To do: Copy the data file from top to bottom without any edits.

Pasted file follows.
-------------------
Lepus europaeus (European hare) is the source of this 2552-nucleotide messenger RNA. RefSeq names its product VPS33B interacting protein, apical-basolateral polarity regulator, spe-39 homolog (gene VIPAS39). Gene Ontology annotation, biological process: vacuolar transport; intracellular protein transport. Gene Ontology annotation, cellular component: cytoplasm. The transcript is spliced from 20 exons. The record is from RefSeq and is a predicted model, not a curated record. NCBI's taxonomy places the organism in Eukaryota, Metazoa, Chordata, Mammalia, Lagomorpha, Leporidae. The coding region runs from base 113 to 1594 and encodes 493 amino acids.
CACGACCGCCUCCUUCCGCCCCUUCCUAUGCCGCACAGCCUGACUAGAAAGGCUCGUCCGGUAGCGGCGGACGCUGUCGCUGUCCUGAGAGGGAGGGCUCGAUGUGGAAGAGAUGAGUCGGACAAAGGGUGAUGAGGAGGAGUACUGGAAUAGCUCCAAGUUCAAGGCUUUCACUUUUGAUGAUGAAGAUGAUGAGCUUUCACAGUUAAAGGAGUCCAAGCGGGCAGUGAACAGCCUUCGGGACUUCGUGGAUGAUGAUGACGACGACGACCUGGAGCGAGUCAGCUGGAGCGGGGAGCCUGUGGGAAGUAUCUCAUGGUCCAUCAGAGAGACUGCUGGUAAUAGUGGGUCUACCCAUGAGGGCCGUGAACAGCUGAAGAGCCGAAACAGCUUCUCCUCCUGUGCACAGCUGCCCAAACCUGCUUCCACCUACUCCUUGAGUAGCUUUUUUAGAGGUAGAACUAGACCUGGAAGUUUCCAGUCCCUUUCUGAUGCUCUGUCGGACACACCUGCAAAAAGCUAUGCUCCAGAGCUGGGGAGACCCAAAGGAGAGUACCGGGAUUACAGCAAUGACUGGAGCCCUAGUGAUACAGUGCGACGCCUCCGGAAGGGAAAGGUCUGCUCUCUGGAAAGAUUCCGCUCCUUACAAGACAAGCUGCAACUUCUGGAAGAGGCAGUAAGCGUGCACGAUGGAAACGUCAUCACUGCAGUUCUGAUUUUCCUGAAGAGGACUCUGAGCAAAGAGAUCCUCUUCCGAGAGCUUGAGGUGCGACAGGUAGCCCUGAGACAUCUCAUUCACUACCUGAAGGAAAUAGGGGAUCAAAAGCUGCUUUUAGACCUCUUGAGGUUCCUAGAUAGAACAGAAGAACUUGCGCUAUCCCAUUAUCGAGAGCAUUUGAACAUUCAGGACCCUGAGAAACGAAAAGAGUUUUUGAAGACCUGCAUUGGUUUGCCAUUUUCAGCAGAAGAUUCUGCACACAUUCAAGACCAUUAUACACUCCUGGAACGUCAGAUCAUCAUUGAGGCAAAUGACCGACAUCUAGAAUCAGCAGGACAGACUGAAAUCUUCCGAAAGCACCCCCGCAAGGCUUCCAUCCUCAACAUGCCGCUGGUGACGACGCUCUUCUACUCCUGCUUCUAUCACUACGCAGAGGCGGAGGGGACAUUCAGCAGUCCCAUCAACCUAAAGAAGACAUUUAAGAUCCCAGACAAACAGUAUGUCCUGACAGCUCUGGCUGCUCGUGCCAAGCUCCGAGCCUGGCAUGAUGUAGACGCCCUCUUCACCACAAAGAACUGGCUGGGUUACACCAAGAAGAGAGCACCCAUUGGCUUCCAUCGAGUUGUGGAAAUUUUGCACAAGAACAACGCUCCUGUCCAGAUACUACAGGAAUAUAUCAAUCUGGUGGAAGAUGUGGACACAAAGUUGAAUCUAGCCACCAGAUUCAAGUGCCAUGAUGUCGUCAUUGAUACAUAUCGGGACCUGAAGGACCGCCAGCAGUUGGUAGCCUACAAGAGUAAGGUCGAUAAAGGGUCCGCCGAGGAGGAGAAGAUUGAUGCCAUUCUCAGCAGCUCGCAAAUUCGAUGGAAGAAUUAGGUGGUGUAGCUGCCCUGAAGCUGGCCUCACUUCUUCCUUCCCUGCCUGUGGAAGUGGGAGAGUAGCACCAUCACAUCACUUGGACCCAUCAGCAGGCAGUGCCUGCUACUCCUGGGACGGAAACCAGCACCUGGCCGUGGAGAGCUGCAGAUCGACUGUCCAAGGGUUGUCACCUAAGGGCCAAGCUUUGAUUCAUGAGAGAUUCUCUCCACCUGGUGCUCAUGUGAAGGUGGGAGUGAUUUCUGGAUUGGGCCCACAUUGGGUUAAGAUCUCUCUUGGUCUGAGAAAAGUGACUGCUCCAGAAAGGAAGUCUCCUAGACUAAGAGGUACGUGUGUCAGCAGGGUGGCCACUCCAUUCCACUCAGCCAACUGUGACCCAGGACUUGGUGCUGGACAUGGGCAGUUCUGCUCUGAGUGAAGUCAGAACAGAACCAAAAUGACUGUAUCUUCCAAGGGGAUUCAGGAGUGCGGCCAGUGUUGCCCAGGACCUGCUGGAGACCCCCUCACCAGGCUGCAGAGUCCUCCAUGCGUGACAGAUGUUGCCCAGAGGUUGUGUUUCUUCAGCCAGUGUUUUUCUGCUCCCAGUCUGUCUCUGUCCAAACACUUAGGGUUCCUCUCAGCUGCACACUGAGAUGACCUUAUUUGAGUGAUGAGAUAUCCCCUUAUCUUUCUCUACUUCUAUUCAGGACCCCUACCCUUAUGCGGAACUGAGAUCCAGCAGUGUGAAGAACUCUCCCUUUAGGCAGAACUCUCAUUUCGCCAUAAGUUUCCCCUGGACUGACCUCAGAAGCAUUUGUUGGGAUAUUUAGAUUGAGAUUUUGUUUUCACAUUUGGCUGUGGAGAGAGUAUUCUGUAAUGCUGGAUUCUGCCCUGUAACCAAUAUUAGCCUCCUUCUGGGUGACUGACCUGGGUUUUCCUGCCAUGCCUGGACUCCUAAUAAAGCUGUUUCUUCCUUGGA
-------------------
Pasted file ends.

Lepus europaeus (European hare) is the source of this 2552-nucleotide messenger RNA. RefSeq names its product VPS33B interacting protein, apical-basolateral polarity regulator, spe-39 homolog (gene VIPAS39). Gene Ontology annotation, biological process: vacuolar transport; intracellular protein transport. Gene Ontology annotation, cellular component: cytoplasm. The transcript is spliced from 20 exons. The record is from RefSeq and is a predicted model, not a curated record. NCBI's taxonomy places the organism in Eukaryota, Metazoa, Chordata, Mammalia, Lagomorpha, Leporidae. The coding region runs from base 113 to 1594 and encodes 493 amino acids.
CACGACCGCCUCCUUCCGCCCCUUCCUAUGCCGCACAGCCUGACUAGAAAGGCUCGUCCGGUAGCGGCGGACGCUGUCGCUGUCCUGAGAGGGAGGGCUCGAUGUGGAAGAGAUGAGUCGGACAAAGGGUGAUGAGGAGGAGUACUGGAAUAGCUCCAAGUUCAAGGCUUUCACUUUUGAUGAUGAAGAUGAUGAGCUUUCACAGUUAAAGGAGUCCAAGCGGGCAGUGAACAGCCUUCGGGACUUCGUGGAUGAUGAUGACGACGACGACCUGGAGCGAGUCAGCUGGAGCGGGGAGCCUGUGGGAAGUAUCUCAUGGUCCAUCAGAGAGACUGCUGGUAAUAGUGGGUCUACCCAUGAGGGCCGUGAACAGCUGAAGAGCCGAAACAGCUUCUCCUCCUGUGCACAGCUGCCCAAACCUGCUUCCACCUACUCCUUGAGUAGCUUUUUUAGAGGUAGAACUAGACCUGGAAGUUUCCAGUCCCUUUCUGAUGCUCUGUCGGACACACCUGCAAAAAGCUAUGCUCCAGAGCUGGGGAGACCCAAAGGAGAGUACCGGGAUUACAGCAAUGACUGGAGCCCUAGUGAUACAGUGCGACGCCUCCGGAAGGGAAAGGUCUGCUCUCUGGAAAGAUUCCGCUCCUUACAAGACAAGCUGCAACUUCUGGAAGAGGCAGUAAGCGUGCACGAUGGAAACGUCAUCACUGCAGUUCUGAUUUUCCUGAAGAGGACUCUGAGCAAAGAGAUCCUCUUCCGAGAGCUUGAGGUGCGACAGGUAGCCCUGAGACAUCUCAUUCACUACCUGAAGGAAAUAGGGGAUCAAAAGCUGCUUUUAGACCUCUUGAGGUUCCUAGAUAGAACAGAAGAACUUGCGCUAUCCCAUUAUCGAGAGCAUUUGAACAUUCAGGACCCUGAGAAACGAAAAGAGUUUUUGAAGACCUGCAUUGGUUUGCCAUUUUCAGCAGAAGAUUCUGCACACAUUCAAGACCAUUAUACACUCCUGGAACGUCAGAUCAUCAUUGAGGCAAAUGACCGACAUCUAGAAUCAGCAGGACAGACUGAAAUCUUCCGAAAGCACCCCCGCAAGGCUUCCAUCCUCAACAUGCCGCUGGUGACGACGCUCUUCUACUCCUGCUUCUAUCACUACGCAGAGGCGGAGGGGACAUUCAGCAGUCCCAUCAACCUAAAGAAGACAUUUAAGAUCCCAGACAAACAGUAUGUCCUGACAGCUCUGGCUGCUCGUGCCAAGCUCCGAGCCUGGCAUGAUGUAGACGCCCUCUUCACCACAAAGAACUGGCUGGGUUACACCAAGAAGAGAGCACCCAUUGGCUUCCAUCGAGUUGUGGAAAUUUUGCACAAGAACAACGCUCCUGUCCAGAUACUACAGGAAUAUAUCAAUCUGGUGGAAGAUGUGGACACAAAGUUGAAUCUAGCCACCAGAUUCAAGUGCCAUGAUGUCGUCAUUGAUACAUAUCGGGACCUGAAGGACCGCCAGCAGUUGGUAGCCUACAAGAGUAAGGUCGAUAAAGGGUCCGCCGAGGAGGAGAAGAUUGAUGCCAUUCUCAGCAGCUCGCAAAUUCGAUGGAAGAAUUAGGUGGUGUAGCUGCCCUGAAGCUGGCCUCACUUCUUCCUUCCCUGCCUGUGGAAGUGGGAGAGUAGCACCAUCACAUCACUUGGACCCAUCAGCAGGCAGUGCCUGCUACUCCUGGGACGGAAACCAGCACCUGGCCGUGGAGAGCUGCAGAUCGACUGUCCAAGGGUUGUCACCUAAGGGCCAAGCUUUGAUUCAUGAGAGAUUCUCUCCACCUGGUGCUCAUGUGAAGGUGGGAGUGAUUUCUGGAUUGGGCCCACAUUGGGUUAAGAUCUCUCUUGGUCUGAGAAAAGUGACUGCUCCAGAAAGGAAGUCUCCUAGACUAAGAGGUACGUGUGUCAGCAGGGUGGCCACUCCAUUCCACUCAGCCAACUGUGACCCAGGACUUGGUGCUGGACAUGGGCAGUUCUGCUCUGAGUGAAGUCAGAACAGAACCAAAAUGACUGUAUCUUCCAAGGGGAUUCAGGAGUGCGGCCAGUGUUGCCCAGGACCUGCUGGAGACCCCCUCACCAGGCUGCAGAGUCCUCCAUGCGUGACAGAUGUUGCCCAGAGGUUGUGUUUCUUCAGCCAGUGUUUUUCUGCUCCCAGUCUGUCUCUGUCCAAACACUUAGGGUUCCUCUCAGCUGCACACUGAGAUGACCUUAUUUGAGUGAUGAGAUAUCCCCUUAUCUUUCUCUACUUCUAUUCAGGACCCCUACCCUUAUGCGGAACUGAGAUCCAGCAGUGUGAAGAACUCUCCCUUUAGGCAGAACUCUCAUUUCGCCAUAAGUUUCCCCUGGACUGACCUCAGAAGCAUUUGUUGGGAUAUUUAGAUUGAGAUUUUGUUUUCACAUUUGGCUGUGGAGAGAGUAUUCUGUAAUGCUGGAUUCUGCCCUGUAACCAAUAUUAGCCUCCUUCUGGGUGACUGACCUGGGUUUUCCUGCCAUGCCUGGACUCCUAAUAAAGCUGUUUCUUCCUUGGA